I’m reluctant to write a second consecutive column about China, its policies and the types of problems it creates for the rest of us, but… Quite a few folks, including many in the manufacturing community and the finishing industry in particular, are convinced that U.S. efforts to persuade China to be a responsible player in the international community have failed.
I’m reluctant to write a second consecutive column about China, its policies and the types of problems it creates for the rest of us, but…
Quite a few folks, including many in the manufacturing community and the finishing industry in particular, are convinced that U.S. efforts to persuade China to be a responsible player in the international community have failed.
This is especially true when it comes to the country’s monetary policies, which revolve around purposely undervaluing its currency—the yuan—by anywhere from 20-40%to subsidize its exports to the U.S. and elsewhere. According to some, China’s currency policy is at the root of the U.S. trade deficit, outsourcing/offshoring of jobs and other issues of vital importance to U.S. manufacturers.
A purposefully undervalued yuan and substantial export subsidies allow China to maintain a trade surplus equal to 8% of its GDP. The huge surplus, mostly with the U.S., permits China’s economy to grow at more than 10% annually.
Even worse, says Peter Morici, a professor at the University of Maryland School of Business and former chief economist at the U.S. International Trade Commission, China’s stance compels other Asian countries to follow similar strategies to avoid losing their remaining U.S. market opportunities to China. The result in the U.S. is $250 billion annually in lost productivity and 2 million high-paying manufacturing jobs, according to Morici.
The U.S. and China have been talking about this issue for years, and the latest round of bilateral talks seem to have failed once again to persuade China to alter its mercantilist economic policies. Now some diplomats have suggested engaging China in multilateral talks along the lines of the G-8 meetings of leaders of large industrialized countries to resolve currency and trade issues. Morici says such proposals have little chance of succeeding because China’s leaders simply do not share the same outlook and values as the leaders of large Western democracies.
But it seems even the U.S. government has finally realized the futility of continuing to talk about the issue of trade with China, either one-on-one or multilaterally. The Commerce Department and the U.S. trade representative have recently taken a more confrontational approach to gaining market access for American goods in China and preventing dumping of goods in this country. And, under prodding from the Bush Administration, the Chinese have allowed the yuan to appreciate 9.4% since mid-2005.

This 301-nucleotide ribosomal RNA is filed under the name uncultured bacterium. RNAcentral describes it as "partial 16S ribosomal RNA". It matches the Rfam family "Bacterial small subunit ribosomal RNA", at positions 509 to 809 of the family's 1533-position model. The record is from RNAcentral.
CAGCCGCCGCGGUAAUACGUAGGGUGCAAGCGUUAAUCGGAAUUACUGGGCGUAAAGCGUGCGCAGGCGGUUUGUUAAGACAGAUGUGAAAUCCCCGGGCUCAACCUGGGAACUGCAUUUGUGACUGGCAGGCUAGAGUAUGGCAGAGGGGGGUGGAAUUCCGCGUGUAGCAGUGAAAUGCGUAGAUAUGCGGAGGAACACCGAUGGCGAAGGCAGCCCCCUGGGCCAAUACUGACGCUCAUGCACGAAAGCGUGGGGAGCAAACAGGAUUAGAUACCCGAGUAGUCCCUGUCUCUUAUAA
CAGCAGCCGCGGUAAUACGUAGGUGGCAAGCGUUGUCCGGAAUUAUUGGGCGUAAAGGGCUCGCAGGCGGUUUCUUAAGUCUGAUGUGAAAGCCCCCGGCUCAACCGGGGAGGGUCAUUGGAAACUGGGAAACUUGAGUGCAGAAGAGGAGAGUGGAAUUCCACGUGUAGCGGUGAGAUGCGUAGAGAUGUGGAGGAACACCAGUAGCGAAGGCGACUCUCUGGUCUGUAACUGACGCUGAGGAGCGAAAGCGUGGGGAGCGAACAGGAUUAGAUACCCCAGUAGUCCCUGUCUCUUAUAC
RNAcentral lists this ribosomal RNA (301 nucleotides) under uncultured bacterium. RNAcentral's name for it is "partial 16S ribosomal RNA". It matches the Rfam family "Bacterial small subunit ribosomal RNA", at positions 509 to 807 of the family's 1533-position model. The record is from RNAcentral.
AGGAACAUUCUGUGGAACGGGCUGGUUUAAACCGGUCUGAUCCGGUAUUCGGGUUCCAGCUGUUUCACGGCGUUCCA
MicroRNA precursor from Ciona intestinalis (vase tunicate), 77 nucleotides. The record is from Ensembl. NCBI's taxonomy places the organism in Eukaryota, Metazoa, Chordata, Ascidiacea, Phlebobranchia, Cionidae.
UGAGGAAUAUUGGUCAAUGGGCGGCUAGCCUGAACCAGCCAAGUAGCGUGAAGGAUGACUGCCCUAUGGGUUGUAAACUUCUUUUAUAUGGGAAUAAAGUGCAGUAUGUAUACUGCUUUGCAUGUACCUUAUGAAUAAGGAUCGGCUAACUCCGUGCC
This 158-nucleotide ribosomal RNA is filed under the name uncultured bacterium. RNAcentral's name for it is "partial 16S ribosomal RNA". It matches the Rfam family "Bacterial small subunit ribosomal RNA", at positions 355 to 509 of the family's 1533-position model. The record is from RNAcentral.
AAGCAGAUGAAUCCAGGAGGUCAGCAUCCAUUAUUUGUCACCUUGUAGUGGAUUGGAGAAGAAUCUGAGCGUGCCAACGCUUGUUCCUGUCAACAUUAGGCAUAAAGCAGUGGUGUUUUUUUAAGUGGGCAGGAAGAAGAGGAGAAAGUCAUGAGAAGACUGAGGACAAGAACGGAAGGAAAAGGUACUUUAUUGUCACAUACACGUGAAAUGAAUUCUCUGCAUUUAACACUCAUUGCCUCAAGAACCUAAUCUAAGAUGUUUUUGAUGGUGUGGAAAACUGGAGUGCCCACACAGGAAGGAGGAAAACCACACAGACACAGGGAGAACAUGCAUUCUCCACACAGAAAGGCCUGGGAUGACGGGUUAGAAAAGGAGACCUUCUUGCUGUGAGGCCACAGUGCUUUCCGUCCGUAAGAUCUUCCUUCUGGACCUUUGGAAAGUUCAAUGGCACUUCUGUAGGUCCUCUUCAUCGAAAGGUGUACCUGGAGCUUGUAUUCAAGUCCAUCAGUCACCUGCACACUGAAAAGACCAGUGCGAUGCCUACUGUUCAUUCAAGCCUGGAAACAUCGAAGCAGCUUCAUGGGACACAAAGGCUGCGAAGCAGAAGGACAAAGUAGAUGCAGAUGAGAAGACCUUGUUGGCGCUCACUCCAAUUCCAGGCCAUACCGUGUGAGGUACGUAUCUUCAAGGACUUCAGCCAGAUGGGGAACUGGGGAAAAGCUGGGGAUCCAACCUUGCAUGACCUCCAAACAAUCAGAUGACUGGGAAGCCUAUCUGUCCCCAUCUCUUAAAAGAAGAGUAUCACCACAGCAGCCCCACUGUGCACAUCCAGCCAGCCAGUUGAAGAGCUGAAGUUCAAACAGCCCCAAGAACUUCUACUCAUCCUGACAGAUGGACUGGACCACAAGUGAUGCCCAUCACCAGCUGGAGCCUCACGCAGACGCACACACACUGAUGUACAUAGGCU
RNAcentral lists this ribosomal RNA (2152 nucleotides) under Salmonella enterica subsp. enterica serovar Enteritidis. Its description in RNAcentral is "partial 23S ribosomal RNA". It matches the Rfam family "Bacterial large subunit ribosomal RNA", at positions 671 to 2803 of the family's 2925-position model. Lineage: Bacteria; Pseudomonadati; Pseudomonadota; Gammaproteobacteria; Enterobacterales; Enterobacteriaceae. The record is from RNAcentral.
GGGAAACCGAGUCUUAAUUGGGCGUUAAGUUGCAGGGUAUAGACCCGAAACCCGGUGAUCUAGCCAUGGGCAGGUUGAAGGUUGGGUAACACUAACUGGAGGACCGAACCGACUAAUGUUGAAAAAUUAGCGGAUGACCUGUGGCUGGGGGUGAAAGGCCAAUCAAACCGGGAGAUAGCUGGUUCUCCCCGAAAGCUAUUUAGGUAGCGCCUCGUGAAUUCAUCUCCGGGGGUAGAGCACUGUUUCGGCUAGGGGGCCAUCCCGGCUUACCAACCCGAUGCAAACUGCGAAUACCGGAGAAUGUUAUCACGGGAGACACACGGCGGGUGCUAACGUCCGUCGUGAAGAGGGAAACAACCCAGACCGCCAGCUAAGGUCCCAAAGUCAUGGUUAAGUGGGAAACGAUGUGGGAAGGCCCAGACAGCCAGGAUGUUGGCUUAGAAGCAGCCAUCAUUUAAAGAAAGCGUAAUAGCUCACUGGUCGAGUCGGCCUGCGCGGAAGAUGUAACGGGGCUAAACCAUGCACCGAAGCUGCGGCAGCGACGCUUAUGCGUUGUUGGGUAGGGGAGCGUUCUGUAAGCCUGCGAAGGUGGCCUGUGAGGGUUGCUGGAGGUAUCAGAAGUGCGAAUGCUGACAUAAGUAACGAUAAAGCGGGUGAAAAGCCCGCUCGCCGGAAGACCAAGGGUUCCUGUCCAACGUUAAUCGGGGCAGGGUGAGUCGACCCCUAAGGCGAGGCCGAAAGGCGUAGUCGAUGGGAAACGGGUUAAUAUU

Now Congress is getting in on the action. Legislation giving U.S. companies new tools to fight China’s currency and trade practices is working its way through Congress and is headed toward approval in the House of Representatives, one of the sponsors of the bill told a recent teleconference of NASF members.
Rep. Duncan Hunter (R-CA) believes a bill will pass the House, and that it will have a lot in common with legislation he’s sponsoring with Rep. Tim Ryan (D-OH). Co-sponsored by 175 House members, the Hunter-Ryan bill would allow U.S. companies to ask the Commerce Department to impose duties on China for currency manipulation. The current version also includes new provisions that would give companies an additional option in seeking duties on Chinese goods.
The revamped bill is said to be the toughest of four competing pieces of legislation currently in Congress. Another bill in the House would require the Commerce Department to impose countervailing duties against non-market economies like China, and also require congressional approval before the Commerce Department could lift China’s non-market economy status under U.S. trade law. In the Senate, leaders of the both the Finance and Banking Committees have also introduced bills aimed at addressing concerns about China’s currency practices.
If any of the bills reaches the president’s desk, it may be signed or it may be used by the administration to leverage more currency concessions out of the Chinese, Hunter says. At the very least, the debates in Congress are raising awareness of an issue that has been a sore spot for many in the finishing industry for some time.